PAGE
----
From The Mammoth Lakes area, there are three ways to get to Thousand Island Lakes. One is via the John Muir Trail. Another is via the River Trail. This hike description is the route via the High Trail, also known as the Pacific Crest Trail.


The High Trail officially starts at Agnew Meadows. From the trailhead, the trail heads up a series of switchbacks for about 400 vertical feet and continues to climb in a northwesterly direction once the switchbacks end until the trail tops out at about 9,700 feet. There are many small stream crossings during the first half of the hike and abundant wildflowers. There was lots of wild onion at all of the stream crossings when I hiked the trail. This stuff is quite tasty.

At this point the trail descends back down to about 9,540’ before continuing its climb toward the Badger Lakes. Shortly before reaching the Badger Lakes, the trail starts heading in a more westerly direction. Arriving at the first Badger Lake is a welcome sight because you are now only about a mile and a half from Thousand Island Lake.

From Badger Lakes the trail climbs steeply toward the high point of the trail to about 9,850. Along the way, the middle fork of the San Joaquin River is adjacent to the trail. Soon, the trail reaches a number of small linked ponds that are part of the outflow of Thousand Island Lake. This is where the Middle Fork of the San Joaquin River is still just a small stream. Here, Banner Peak is constantly in view due west.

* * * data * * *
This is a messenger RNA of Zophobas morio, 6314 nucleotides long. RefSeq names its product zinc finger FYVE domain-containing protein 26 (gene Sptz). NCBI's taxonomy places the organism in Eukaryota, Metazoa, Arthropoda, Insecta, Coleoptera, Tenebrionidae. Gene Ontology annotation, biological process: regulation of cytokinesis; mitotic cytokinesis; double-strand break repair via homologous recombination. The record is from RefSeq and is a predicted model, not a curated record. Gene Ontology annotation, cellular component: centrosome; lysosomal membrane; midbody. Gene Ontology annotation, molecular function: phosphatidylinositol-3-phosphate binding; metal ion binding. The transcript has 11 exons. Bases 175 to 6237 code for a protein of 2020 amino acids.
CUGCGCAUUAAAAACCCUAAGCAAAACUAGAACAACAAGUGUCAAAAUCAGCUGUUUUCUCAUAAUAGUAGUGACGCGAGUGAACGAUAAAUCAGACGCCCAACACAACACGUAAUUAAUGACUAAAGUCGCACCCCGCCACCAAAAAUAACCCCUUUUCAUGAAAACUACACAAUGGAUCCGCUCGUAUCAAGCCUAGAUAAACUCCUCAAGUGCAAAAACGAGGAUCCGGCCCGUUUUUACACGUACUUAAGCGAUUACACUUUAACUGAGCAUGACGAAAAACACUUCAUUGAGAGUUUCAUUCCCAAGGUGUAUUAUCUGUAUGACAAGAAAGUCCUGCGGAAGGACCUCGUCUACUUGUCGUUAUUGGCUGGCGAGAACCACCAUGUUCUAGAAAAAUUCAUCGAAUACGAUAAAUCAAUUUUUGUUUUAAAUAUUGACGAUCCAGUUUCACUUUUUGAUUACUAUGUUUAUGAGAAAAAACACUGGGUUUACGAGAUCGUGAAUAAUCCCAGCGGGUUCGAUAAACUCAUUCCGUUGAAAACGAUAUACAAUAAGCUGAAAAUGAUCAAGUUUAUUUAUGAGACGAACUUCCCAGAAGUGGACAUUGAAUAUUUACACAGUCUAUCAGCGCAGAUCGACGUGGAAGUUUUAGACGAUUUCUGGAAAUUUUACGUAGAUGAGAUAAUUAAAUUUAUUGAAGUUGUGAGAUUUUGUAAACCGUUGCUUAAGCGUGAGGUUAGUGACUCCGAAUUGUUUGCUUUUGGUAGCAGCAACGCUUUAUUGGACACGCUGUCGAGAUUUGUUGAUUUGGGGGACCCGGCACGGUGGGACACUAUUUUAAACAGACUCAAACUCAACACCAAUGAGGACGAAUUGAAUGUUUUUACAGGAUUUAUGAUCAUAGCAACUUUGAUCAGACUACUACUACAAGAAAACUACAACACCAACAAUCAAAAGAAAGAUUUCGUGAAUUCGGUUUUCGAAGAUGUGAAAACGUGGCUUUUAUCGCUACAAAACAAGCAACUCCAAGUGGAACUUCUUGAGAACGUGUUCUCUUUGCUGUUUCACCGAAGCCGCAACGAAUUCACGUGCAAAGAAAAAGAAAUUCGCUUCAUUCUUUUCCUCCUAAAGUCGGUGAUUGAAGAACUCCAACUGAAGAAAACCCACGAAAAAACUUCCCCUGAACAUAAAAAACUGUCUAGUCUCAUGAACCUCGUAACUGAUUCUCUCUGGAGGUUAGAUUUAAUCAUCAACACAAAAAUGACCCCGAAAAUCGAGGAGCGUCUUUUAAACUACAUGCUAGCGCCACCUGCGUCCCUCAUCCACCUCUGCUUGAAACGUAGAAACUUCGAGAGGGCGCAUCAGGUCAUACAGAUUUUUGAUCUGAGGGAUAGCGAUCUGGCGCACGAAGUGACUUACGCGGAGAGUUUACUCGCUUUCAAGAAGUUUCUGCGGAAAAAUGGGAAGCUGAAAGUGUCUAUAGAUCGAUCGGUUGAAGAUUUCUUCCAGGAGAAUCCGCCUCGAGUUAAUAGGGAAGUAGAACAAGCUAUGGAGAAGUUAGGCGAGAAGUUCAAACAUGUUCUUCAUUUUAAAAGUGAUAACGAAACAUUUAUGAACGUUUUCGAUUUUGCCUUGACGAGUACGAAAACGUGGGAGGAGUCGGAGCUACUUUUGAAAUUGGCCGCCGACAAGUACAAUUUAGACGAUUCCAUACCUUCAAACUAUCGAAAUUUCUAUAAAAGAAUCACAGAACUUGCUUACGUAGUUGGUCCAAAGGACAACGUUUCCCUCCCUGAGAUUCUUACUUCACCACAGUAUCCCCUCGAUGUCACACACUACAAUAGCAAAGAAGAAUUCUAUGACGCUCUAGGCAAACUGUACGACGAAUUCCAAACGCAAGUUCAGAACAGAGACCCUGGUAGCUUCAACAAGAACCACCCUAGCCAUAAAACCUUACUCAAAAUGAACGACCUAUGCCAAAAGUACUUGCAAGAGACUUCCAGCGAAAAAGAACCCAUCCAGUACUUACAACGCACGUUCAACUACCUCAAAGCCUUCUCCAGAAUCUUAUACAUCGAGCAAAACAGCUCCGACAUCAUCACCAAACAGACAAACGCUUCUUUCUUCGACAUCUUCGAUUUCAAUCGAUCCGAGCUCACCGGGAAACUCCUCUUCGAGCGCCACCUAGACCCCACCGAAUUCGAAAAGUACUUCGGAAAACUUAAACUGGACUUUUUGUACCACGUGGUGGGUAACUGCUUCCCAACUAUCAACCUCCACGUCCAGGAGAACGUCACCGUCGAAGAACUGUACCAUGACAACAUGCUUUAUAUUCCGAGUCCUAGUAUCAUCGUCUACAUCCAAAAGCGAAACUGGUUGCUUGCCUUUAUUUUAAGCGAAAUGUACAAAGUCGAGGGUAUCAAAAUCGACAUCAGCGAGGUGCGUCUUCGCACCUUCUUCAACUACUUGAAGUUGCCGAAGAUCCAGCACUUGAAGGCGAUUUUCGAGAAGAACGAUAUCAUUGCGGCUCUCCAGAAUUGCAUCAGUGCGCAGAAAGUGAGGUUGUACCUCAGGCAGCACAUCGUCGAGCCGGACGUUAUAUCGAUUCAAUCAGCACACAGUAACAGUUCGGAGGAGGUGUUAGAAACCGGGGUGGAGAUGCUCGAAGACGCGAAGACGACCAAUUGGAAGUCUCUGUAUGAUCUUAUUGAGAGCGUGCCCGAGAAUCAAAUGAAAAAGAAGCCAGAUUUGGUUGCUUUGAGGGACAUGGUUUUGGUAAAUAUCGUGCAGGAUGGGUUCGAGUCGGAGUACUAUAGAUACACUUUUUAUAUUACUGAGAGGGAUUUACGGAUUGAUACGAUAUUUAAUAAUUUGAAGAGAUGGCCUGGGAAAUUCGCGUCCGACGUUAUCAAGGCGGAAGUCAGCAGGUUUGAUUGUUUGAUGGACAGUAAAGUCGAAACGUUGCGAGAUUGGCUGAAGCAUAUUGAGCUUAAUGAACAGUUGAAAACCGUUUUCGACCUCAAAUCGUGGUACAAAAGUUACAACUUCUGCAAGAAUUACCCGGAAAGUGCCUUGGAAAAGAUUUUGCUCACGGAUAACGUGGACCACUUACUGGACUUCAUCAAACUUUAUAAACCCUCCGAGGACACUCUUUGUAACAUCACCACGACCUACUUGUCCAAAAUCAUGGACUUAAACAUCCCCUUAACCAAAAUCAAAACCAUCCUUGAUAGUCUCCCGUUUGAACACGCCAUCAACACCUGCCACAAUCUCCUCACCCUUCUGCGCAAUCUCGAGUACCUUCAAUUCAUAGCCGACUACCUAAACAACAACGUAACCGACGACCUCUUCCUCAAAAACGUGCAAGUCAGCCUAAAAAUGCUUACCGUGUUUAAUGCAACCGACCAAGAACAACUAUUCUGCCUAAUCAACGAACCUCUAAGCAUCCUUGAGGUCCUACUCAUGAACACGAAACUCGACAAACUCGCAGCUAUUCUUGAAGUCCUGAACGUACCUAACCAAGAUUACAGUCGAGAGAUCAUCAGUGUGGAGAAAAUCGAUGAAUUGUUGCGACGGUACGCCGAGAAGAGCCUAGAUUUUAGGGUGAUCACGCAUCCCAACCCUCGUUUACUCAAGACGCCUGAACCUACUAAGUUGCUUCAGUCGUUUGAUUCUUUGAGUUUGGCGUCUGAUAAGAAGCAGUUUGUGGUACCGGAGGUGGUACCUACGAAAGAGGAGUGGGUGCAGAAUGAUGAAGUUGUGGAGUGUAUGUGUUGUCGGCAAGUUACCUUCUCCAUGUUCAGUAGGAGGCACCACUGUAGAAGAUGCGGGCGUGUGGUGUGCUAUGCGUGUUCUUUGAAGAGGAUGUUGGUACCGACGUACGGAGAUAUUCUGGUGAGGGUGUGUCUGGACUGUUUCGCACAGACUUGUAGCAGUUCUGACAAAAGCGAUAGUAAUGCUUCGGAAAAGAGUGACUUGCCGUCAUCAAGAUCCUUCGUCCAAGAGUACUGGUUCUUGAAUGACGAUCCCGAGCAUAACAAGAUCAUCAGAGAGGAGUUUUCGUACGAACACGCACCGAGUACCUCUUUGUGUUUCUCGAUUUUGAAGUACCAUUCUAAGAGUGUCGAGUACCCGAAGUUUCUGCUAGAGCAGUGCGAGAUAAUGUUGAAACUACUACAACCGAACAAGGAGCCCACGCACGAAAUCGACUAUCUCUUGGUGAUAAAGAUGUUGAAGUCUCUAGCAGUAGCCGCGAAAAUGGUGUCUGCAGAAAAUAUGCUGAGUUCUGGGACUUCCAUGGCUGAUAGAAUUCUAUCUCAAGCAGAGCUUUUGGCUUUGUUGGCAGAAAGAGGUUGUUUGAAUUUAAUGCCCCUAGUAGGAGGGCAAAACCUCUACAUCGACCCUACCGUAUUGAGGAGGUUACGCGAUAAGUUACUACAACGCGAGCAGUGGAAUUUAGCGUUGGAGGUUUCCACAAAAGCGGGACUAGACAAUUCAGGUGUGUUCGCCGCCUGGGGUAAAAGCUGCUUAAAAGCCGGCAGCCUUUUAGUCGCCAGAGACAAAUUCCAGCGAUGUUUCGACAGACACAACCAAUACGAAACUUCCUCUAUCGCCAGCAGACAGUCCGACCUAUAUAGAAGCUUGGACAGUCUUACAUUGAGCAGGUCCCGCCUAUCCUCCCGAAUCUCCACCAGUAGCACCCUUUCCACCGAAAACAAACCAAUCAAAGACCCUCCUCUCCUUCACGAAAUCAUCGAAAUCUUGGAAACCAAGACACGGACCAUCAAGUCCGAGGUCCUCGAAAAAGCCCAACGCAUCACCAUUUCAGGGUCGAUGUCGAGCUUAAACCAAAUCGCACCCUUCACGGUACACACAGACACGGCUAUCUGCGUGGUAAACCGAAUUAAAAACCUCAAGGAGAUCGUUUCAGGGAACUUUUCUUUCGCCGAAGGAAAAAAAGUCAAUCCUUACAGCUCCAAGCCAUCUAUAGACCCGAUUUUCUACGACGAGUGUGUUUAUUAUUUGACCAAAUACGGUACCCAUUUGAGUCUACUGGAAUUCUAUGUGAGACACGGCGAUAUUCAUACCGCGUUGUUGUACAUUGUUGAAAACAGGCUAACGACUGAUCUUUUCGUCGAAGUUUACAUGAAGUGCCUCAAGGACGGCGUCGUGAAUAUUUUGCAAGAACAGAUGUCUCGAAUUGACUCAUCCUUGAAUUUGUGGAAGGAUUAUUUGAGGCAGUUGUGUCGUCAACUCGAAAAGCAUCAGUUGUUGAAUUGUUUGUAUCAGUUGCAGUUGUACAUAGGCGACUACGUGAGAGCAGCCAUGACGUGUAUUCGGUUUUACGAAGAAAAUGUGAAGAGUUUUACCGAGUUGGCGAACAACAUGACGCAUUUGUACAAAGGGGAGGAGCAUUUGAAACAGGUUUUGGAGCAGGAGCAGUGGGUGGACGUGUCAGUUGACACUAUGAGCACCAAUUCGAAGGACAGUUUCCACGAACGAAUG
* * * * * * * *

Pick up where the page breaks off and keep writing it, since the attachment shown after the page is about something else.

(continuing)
At the high point of the trail you are greeted with your first view of Thousand Island Lake. The trail is fairly flat from this point all of the way to Thousand Island Lake. After approximately, 8.7 miles, the High Trail and The John Muir Trail intersect adjacent to Thousand Island Lake. This is quite a gathering place for hikers, but camping is not allowed near the outlet of the lake. Numerous campsite exist on both sides of the lake beyond about a quarter mile from the outlet.
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    One-Way Notice: This hike is listed as One-Way. When you hike several trails on a single "hike", log it with a generic name that describes the hike. Then link the trails traveled, check out the example.
    WARNING! Hiking and outdoor related sports can be dangerous. Be responsible and prepare for the trip. Study the area you are entering and plan accordingly. Dress for the current and unexpected weather changes. Take plenty of water. Never go alone. Make an itinerary with your plan(s), route(s), destination(s) and expected return time. Give your itinerary to trusted family and/or friends.

    Permit $$

    Directions
    Map Drive
    Road
    Paved - Car Okay

    To hike
    From Mammoth Lakes take Minaret Road (Highway 203) west to Mammoth Mountain's main lodge area. Park your car there and purchase a ticket to ride the Devils Postpile bus. Get off of the bus at the Agnew Meadows stop, which is the first stop.

    If you are an early bird, you can drive in if you reach the ranger station at the top of Minaret Summit before 7:00 AM. If you do drive in you can park next to the Agnew Meadows trailhead, thus shaving almost a mile round trip off of your hike from where the bus lets you off. Just be aware that the drive down from Minaret Summit is a one lane road and I personally wouldn’t want to meet a bus going the opposite direction on this road.
    page created by slegal on Aug 22 2015 7:36 pm